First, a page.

Wind farms ‘will never keep the lights on’: Study claims turbines are ‘expensive and deeply inefficient’
Wind farms will never be able to ensure the nation’s lights stay on because they are ‘expensive and deeply inefficient’, it is claimed today.
Confirming the long-held fears of many critics, a new study published by the right-leaning Adam Smith Institute and the Scientific Alliance argues the green energy revolution has been an expensive folly.
Researchers found that, on average, wind farms produce 80 per cent of their potential power output for less than one week annually – and they manage 90 per cent output for only 17 hours a year.
Thousands of turbines are useless in low winds and they are turned off to prevent damage if the speeds are too high.
Families and businesses have paid billions of pounds to subsidise the building of wind farms, both on-shore and off-shore, through their energy bills, sending tariffs soaring.
The schemes are key to the Government’s promise to switch to green energy, reducing the nation’s carbon emissions in line with British and EU targets to tackle man-made global warming.
The study, entitled Wind Power Reassessed: A review of the UK wind resource for electricity generation, recommends pushing ahead with nuclear power and gas-fired power stations.
Ben Southwood, Head of Policy at the Adam Smith Institute, said: ‘Wind farms are a bad way of reducing emissions and a bad way of producing power.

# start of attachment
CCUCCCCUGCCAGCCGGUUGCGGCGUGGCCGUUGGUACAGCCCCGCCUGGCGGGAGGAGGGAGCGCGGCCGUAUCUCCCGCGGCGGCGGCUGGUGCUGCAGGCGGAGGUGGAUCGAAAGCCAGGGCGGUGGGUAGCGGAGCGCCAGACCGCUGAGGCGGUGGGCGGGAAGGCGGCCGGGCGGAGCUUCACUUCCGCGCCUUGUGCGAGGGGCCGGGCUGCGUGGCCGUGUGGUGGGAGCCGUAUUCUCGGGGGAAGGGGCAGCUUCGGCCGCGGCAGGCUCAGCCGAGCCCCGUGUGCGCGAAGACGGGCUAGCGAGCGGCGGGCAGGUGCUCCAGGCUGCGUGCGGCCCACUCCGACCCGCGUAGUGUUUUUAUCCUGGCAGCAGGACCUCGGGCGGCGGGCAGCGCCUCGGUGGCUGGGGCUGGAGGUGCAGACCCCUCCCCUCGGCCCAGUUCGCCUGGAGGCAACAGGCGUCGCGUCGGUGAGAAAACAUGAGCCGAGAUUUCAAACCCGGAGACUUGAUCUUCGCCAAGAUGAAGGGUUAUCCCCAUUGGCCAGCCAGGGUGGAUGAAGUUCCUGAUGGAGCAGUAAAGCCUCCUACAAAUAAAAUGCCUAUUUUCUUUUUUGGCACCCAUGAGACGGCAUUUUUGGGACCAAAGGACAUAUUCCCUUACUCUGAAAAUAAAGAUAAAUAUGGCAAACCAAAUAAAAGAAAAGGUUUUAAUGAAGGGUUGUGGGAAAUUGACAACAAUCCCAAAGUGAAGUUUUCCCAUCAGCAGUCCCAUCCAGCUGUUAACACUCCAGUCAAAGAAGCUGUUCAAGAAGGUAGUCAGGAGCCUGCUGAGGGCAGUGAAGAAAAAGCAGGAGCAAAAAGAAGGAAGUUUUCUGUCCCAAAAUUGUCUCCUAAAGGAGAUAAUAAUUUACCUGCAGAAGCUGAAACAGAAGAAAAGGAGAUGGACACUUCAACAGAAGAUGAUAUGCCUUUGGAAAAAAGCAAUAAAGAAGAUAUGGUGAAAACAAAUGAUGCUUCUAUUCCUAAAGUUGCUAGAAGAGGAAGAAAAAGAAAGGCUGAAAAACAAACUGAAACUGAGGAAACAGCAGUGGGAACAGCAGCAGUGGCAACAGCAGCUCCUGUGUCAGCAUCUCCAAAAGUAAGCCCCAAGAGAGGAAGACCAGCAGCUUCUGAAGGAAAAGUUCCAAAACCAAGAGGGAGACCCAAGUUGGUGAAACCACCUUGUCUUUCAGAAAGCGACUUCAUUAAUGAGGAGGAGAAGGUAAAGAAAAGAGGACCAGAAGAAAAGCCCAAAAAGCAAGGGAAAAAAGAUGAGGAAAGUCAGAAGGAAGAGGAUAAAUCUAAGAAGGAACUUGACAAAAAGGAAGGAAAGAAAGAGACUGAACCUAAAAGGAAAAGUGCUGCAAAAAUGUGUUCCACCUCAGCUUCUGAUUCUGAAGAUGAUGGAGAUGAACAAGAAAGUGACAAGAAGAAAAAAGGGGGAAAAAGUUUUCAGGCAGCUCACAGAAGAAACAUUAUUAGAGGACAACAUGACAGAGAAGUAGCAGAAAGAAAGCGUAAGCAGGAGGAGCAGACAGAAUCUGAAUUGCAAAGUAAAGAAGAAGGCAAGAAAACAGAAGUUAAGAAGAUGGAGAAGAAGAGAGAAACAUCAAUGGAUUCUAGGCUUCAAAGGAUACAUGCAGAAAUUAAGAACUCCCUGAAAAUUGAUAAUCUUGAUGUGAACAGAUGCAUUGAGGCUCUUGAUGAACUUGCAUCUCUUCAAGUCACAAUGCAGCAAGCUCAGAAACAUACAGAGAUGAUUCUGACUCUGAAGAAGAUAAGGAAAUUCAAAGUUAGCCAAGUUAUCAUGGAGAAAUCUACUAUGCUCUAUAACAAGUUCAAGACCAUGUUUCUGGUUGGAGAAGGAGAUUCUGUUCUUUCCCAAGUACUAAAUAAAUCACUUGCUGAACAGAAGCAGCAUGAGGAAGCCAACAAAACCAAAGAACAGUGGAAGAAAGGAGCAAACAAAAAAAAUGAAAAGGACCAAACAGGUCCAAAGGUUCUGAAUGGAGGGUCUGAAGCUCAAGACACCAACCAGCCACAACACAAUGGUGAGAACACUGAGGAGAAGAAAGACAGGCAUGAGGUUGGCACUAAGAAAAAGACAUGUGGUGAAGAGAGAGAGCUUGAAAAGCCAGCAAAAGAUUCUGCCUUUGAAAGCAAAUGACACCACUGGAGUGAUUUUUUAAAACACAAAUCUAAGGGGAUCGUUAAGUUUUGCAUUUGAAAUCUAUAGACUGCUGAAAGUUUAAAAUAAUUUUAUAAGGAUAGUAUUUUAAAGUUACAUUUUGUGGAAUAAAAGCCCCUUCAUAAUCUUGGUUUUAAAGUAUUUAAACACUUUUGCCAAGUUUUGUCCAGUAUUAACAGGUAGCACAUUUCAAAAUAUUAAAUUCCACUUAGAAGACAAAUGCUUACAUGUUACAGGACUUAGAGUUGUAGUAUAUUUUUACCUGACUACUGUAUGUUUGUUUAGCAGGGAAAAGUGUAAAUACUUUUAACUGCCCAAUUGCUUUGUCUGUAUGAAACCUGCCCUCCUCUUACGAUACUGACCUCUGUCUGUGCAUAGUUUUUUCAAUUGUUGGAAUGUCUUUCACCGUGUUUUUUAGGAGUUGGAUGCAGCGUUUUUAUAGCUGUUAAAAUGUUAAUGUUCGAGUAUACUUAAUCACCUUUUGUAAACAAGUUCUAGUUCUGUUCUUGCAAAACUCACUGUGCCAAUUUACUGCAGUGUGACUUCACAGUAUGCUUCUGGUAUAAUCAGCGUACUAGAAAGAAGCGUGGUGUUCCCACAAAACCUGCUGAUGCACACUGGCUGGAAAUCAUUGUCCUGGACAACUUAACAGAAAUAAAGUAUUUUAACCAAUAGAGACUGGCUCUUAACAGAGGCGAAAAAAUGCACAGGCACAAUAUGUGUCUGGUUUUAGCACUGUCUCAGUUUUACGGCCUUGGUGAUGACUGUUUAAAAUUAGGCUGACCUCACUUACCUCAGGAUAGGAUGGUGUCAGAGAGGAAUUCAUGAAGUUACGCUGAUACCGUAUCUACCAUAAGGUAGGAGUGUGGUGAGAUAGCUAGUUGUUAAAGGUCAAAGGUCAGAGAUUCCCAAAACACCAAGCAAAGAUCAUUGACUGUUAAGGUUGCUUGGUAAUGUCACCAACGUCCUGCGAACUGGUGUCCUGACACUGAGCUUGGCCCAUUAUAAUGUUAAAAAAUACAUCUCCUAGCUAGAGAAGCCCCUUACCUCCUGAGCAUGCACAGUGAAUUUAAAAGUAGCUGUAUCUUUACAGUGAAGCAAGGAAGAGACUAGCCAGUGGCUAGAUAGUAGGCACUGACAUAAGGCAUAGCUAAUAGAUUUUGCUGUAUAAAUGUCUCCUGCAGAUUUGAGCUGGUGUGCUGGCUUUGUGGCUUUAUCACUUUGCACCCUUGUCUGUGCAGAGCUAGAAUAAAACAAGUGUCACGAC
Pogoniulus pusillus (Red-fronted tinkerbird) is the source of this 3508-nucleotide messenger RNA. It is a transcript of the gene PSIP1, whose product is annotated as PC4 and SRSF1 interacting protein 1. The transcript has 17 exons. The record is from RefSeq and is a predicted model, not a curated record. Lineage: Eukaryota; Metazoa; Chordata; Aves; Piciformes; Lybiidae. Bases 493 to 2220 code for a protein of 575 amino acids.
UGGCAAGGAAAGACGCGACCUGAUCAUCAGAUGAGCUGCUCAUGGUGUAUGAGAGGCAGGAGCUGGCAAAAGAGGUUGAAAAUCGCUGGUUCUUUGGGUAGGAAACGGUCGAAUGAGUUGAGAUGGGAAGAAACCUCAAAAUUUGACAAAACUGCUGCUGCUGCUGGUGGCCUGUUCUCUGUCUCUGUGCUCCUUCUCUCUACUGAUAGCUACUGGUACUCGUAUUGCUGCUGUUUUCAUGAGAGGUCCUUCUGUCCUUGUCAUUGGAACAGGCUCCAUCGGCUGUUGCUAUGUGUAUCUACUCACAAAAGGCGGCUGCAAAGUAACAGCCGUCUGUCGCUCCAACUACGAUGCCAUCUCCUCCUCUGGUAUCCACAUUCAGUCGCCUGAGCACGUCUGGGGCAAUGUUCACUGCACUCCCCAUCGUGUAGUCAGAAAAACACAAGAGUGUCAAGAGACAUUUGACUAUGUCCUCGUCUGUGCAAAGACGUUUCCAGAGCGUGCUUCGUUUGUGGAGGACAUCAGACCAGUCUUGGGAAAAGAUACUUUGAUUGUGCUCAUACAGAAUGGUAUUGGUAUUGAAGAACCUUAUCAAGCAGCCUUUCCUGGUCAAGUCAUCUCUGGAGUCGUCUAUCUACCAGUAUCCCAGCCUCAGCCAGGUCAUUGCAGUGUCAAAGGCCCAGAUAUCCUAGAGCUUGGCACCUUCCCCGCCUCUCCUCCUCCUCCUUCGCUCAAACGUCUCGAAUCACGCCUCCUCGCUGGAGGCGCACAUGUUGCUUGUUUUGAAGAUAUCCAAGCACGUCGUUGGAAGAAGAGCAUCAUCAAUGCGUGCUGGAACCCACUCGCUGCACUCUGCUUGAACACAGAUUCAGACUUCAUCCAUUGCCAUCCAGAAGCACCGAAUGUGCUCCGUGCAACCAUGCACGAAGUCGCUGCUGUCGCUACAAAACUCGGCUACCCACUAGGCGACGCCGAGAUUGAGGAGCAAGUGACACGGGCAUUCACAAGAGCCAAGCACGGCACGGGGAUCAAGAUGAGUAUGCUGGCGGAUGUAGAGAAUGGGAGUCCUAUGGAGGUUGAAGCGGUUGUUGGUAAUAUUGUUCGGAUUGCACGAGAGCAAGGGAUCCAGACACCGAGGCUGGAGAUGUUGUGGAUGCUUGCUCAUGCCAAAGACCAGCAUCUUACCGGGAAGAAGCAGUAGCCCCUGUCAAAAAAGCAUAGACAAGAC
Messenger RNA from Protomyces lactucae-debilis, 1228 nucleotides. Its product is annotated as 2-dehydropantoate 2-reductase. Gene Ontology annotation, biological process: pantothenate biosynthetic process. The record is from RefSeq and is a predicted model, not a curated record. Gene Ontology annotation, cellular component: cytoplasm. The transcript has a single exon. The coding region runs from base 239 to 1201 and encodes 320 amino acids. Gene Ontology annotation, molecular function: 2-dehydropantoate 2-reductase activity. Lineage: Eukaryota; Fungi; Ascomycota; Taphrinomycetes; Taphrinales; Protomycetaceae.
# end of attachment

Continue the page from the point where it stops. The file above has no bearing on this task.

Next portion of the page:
‘They are expensive and deeply inefficient and it seems like they reduce the value of housing enormously in nearby areas.
Defending turbines, trade body RenewableUK claimed: ‘Wind power has been quietly powering millions of homes and providing a robust response to detractors.’
The Conservative party has already pledged to end subsidies for new wind farms as Britain is set to meet EU targets.
The EU Renewable Energy Target decrees that 15 per cent of all energy in the UK – or 30 to 35 per cent of electricity – is generated by renewable sources by 2020.
The Department for Energy and Climate Change said the country needs a wide mix of energy sources. It said: ‘We’re preventing a predicted energy crunch by turning round a legacy of underinvestment and neglect.
‘To deliver this, we need a diverse energy mix that includes renewable sources like wind and solar alongside nuclear and technologies like carbon capture and storage so we can continue to use fossil fuels in a cleaner way.’
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